PowerPoint fonts substituted? — Not if you do it this way
All those wickedly weird fonts we so love…
All those wickedly weird and beautiful fonts you can obtain online are great for jazzing up your PowerPoint presentation. Used sparingly of course. A carved woodblock font for a western theme. A dripping blood font for a Halloween series. A handwritten font for a comic book deck. It’s very tempting. Who wouldn’t like the potential for an emotional connection to occur during your presentation.
Wickedly weird and beautiful fonts
There was collaboration between the Mac and Windows worlds a few decades ago. They established the “Open Type” font formulas. It’s better than before but still not 100% effective.
Here are the reasons you shouldn’t (but below, how you can solve this issue):
- Not really recommended to use non-standard “weird” Windows fonts
- PPT will substitute fonts if they are not on a user’s system, often with disastrous results
- “Your weird font” is not a standard Windows font, the set rarely resides on a PC, desktop or laptop at the venue where you will be showing your slide deck
- See the “SAFE FONTS” list below, and choose one of the highlighted fonts, then I can guarantee good results. These fonts are present on all operating systems, regardless of the age of the computer
- Better safe and boring than sorry. It is risky for a large organization’s branding, wonky results at the last minute are not good if the fonts don’t reside on the projection PC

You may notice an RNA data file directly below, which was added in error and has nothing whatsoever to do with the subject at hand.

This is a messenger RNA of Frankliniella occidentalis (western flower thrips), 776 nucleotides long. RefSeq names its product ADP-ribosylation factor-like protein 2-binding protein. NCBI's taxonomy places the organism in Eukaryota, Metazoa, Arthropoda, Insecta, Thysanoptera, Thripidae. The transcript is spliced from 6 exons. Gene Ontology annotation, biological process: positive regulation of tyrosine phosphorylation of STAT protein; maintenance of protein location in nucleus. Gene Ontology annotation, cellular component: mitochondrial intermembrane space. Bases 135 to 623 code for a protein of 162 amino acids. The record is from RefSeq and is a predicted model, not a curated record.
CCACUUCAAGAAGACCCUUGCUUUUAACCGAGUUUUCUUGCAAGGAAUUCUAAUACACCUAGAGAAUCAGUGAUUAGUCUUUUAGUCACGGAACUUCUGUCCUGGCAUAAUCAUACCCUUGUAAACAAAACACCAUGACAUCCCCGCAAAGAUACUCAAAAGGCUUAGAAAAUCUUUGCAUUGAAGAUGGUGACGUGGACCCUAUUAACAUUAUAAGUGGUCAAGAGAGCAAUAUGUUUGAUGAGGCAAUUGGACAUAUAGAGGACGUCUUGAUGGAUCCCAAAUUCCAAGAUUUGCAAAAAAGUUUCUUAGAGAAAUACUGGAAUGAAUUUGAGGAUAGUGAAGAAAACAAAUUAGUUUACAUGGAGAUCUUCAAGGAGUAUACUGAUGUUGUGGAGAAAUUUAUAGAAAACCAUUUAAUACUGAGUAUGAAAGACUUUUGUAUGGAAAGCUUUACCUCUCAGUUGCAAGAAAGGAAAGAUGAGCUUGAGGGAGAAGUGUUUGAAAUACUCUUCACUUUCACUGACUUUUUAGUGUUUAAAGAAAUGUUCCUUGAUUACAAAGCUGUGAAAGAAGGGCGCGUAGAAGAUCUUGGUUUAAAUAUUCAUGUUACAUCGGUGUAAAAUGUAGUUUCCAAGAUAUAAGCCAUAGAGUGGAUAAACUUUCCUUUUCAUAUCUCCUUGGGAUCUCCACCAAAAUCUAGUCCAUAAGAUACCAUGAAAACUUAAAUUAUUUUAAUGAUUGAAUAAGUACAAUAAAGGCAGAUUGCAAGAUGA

- If you were to buy “Your weird font” for the company, not all fonts embed well within PowerPoint, even when PPT says that it can, PPT won’t even warn you that it can’t embed a font
- You have to teach all your employees/employers on how to install, embed/troubleshoot non-standard fonts
- Usually 1MB extra to the PowerPoint file size, to embed a font (if it works)
- Some fonts don’t even have all the required character sets
- Theme files (.THMX for use in Excel and Word) don’t support embedding of fonts, they must be system fonts
- It gets risky to keep uniformity across the company. If you email a presentation, the receiving person may not have the font on their system, and they will get font substitution occurring on screen
- Even if you bought a font for the company, everyone would need it installed on their systems
- Your designers could not be legally given a copy, they would need to buy a set
- If there is only one person using the presentation, and one laptop, by all means, buy, install and use any font you desire!
- As you can see from the above, I’ve come across this issue many times. Best to choose one of the fonts in the table below. But that’s boring. Yet safe for a corporation of hundreds of users.
Safe Windows PC fonts
Here are the ways you can solve this issue in PowerPoint:
Can’t help but have an emotional reaction to those wonderfully weird fonts. Designers know that.
If you can guarantee that a font is present on all the computers where your presentation will be shown, by all means, do it!
Otherwise, here’s a quick fix: Copy your text box and paste as picture.
In the screen grab below, the text box above the slide area contains both Wassau font and Kailey the Beautiful. Definitely not standard Windows fonts. Select your problematic text box and copy it (not the text itself).
Select the text box, not the text itself. Copy.
Paste it back onto the same slide, but choose “Paste as Picture”. That’s it!
Choose “Paste as picture”
The resulting paste is a clear PNG image, that will not skew up your presentation’s look and feel.
If you need to further edit the text content, down the road, keep that text box, just off screen. Repeat the process as required. Copy it and paste the picture on the slide area.